Archaeologists in Peru uncover Incan burial site in desert valley

JULY 5, 2018 / 11:36 AM / A DAY AGO
Reuters Staff

TUCUME, Peru (Reuters) - Archaeologists in Peru have uncovered an extensive Incan burial site inside an adobe pyramid in a coastal desert valley far from the Andean heart of the empire.

Two dozen cave-like tombs with human remains and pottery from the Incan culture have been unearthed so far at the Tucume Archaeological Site, Jose Manuel Escudero, director of the archaeological team working there, said on Thursday.

The finding was a reminder of the vast terrain - from the Pacific coast to the high Andes - that the Incan Empire, using a network of roads and a labor-based tax system, controlled before the Spanish conquest in the 16th century.

Tucume, some 400 miles north of the Peruvian capital, Lima, is believed to have been first settled by the Lambayeque coastal people at the turn of the 12th century before being occupied by the Chimu culture and later the Incan Empire some 500 years ago.



Lambayeque/Sican (800-1350 AD)
Click on the pictures


One of the bomb specialists who murdered the Letelier and Ronnie Moffit in Washington,

Virgilio Paz Romero, was released from prison during the first term of George W. Bush's presidency. You may recall George W Bush, and his father, former President, Vice-President, and CIA director, George H W Bush, as well as JEB Bush all were completely connected to the Cuban "exile" right-wing reactionary community in the U.S.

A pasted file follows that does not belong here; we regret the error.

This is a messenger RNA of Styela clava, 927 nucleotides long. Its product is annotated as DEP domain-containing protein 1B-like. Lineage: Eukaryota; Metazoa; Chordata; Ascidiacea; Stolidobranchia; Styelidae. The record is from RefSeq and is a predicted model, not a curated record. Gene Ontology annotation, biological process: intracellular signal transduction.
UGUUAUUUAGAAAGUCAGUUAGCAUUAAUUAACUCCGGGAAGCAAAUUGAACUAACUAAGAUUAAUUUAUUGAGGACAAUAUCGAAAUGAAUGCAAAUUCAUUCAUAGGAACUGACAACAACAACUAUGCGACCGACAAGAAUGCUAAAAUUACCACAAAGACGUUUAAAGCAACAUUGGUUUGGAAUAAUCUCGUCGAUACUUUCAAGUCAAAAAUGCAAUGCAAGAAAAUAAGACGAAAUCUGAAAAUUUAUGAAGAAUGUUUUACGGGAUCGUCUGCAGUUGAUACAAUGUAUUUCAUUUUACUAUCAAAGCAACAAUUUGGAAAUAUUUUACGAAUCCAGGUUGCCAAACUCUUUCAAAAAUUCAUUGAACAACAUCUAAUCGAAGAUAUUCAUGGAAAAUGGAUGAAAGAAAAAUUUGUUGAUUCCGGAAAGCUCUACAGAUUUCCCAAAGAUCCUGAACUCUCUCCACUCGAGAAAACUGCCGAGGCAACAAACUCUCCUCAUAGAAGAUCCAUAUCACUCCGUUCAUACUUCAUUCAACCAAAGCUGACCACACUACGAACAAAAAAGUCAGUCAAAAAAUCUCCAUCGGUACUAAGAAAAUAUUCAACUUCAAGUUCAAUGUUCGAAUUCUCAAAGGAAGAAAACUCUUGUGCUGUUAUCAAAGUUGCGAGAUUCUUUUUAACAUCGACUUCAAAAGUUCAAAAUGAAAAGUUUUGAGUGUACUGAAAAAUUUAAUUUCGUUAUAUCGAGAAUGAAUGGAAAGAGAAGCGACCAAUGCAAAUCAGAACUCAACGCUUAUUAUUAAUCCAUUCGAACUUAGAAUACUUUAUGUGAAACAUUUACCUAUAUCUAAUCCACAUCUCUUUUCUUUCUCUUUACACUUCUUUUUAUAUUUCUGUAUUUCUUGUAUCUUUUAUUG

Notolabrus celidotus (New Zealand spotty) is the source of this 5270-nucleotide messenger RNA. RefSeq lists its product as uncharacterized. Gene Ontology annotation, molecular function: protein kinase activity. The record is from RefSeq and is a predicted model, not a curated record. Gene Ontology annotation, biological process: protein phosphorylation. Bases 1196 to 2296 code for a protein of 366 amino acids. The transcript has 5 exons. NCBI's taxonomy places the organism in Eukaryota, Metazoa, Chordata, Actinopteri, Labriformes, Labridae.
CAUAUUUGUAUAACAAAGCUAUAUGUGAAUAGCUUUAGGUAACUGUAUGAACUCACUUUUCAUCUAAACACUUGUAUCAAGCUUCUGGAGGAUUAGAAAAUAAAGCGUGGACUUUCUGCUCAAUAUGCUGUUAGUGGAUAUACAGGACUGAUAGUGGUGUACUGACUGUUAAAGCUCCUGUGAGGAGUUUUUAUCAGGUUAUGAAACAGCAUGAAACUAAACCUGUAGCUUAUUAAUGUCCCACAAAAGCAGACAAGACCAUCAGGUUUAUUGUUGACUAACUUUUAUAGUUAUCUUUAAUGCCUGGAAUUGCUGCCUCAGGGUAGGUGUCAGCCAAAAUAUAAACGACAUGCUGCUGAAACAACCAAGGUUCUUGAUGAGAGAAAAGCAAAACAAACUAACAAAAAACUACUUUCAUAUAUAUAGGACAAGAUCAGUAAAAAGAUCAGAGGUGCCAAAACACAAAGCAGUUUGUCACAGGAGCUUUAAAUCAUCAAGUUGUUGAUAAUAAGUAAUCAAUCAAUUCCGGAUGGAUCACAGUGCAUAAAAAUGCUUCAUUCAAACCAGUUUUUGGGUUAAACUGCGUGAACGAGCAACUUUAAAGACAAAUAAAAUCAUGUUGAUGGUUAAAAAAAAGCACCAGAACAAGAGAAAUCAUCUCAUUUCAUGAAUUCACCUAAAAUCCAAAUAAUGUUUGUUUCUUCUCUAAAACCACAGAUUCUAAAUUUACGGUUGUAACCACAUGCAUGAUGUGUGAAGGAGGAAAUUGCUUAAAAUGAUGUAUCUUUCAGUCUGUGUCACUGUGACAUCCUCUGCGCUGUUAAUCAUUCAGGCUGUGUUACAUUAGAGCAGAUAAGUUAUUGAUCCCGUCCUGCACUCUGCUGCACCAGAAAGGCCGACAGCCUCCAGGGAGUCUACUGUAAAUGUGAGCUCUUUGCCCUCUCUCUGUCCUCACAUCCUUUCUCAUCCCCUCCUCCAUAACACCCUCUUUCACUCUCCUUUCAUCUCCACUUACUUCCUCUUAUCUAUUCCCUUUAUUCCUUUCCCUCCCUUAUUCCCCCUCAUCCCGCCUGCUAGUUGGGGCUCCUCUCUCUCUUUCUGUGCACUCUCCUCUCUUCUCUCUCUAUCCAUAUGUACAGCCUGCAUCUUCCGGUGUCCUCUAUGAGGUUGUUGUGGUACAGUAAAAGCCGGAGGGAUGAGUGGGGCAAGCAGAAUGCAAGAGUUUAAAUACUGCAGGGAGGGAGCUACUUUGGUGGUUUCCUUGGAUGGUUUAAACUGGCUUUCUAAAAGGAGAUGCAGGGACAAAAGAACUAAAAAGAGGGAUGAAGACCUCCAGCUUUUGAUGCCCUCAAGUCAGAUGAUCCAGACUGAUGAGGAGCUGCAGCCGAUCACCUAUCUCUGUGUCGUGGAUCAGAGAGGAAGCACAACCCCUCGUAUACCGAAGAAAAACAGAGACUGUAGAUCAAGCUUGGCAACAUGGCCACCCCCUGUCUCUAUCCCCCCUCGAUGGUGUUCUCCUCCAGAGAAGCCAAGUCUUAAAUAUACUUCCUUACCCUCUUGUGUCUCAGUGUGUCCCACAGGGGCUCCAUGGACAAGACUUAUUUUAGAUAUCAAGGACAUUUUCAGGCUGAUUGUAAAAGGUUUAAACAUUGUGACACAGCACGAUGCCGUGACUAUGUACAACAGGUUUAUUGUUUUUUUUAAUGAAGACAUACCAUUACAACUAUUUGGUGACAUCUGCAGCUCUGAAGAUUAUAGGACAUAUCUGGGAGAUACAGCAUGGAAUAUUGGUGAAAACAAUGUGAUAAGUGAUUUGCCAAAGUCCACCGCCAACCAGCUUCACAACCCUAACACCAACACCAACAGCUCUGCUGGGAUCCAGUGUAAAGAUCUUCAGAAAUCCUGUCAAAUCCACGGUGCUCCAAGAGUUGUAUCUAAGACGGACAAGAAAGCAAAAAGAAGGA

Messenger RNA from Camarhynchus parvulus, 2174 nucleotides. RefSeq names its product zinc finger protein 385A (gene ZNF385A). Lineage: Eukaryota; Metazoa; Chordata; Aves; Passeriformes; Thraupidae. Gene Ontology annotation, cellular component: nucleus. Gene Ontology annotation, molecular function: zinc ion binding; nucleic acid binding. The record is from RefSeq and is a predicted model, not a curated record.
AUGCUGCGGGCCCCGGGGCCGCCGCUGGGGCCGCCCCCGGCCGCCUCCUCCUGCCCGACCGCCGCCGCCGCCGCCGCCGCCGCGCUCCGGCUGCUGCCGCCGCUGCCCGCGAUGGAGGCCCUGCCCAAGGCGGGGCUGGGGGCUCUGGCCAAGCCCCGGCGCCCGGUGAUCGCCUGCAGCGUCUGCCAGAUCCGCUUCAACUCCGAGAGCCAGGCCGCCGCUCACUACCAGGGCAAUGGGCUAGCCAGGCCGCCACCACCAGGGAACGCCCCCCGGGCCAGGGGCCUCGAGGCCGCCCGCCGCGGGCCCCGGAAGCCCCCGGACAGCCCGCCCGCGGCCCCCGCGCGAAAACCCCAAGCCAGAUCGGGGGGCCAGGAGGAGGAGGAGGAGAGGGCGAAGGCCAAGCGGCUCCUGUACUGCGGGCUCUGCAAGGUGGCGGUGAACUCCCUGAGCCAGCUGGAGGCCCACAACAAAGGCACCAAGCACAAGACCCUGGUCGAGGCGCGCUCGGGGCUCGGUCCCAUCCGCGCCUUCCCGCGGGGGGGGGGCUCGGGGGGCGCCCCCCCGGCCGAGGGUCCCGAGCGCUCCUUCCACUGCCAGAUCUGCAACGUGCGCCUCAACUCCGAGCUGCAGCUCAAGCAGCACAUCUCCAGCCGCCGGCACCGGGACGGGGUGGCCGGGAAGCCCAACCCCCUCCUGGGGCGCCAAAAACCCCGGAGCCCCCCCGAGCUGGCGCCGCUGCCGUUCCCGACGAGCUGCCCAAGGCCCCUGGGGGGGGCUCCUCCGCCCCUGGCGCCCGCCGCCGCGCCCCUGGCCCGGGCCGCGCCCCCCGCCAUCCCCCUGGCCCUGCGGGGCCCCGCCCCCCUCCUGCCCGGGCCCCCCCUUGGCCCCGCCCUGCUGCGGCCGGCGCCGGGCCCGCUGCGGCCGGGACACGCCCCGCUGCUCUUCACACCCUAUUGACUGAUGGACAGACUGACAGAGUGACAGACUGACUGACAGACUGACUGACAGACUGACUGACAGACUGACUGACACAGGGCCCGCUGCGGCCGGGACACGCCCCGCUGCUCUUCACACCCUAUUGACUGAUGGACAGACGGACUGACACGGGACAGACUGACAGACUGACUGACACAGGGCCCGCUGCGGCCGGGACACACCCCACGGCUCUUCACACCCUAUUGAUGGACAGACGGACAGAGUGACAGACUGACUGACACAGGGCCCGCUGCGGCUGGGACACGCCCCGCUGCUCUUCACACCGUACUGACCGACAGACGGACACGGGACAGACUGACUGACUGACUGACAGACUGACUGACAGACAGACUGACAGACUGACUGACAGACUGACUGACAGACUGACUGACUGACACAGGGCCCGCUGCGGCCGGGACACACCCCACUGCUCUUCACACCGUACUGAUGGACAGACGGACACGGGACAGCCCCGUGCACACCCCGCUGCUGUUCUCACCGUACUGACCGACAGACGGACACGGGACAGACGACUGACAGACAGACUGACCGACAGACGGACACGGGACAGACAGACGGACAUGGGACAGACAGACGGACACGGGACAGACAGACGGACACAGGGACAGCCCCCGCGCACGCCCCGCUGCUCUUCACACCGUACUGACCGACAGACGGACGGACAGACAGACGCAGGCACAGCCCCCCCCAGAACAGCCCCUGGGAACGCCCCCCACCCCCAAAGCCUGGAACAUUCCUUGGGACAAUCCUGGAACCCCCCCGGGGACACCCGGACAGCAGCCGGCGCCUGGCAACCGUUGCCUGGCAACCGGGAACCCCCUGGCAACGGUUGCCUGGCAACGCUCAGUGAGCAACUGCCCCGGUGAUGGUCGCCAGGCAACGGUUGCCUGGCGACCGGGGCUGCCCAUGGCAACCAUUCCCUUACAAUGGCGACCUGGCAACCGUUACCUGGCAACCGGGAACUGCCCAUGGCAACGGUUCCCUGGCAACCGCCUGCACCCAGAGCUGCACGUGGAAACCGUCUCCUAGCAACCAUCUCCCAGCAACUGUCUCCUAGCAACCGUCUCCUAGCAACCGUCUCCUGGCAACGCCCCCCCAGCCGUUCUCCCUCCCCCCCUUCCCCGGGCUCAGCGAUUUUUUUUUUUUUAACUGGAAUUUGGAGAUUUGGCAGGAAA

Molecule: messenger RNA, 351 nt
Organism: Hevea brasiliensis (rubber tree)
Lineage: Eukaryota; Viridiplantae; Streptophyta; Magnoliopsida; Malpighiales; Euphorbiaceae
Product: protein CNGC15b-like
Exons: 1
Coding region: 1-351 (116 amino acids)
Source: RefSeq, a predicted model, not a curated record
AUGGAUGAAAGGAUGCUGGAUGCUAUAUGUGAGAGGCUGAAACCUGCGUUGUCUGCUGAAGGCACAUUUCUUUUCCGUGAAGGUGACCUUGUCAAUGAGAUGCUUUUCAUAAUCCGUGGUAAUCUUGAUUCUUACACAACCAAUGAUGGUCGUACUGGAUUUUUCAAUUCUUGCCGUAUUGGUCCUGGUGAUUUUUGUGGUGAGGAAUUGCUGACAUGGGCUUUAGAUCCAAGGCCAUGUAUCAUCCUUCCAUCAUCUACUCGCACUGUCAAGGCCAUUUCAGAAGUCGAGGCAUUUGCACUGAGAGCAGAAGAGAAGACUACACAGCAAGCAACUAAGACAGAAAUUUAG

Virgilio Paz Romero served only 10 years for that assassination before being turned loose, to return to Miami, New Jersey, etc.

From his Wikipedia:

Sentencing and imprisonment
In July 1991, Paz Romero pleaded guilty in the conspiracy to assassinate Letelier, and on September 13, 1991, he was sentenced to 12 years in prison.[2] He was paroled after serving half of his sentence, and an immigration judge ordered him deported.[5] Given that the United States did not have a deportation agreement with Cuba, he was placed into indefinite custody of the Immigration and Naturalization Service.[5] In July 2001 after the Supreme Court of the United States ruled that indefinite detentions were unconstitutional, Paul Huck of the United States District Court for the Southern District of Florida ordered Paz Romero released.[5]

Murder of Carmelo Soria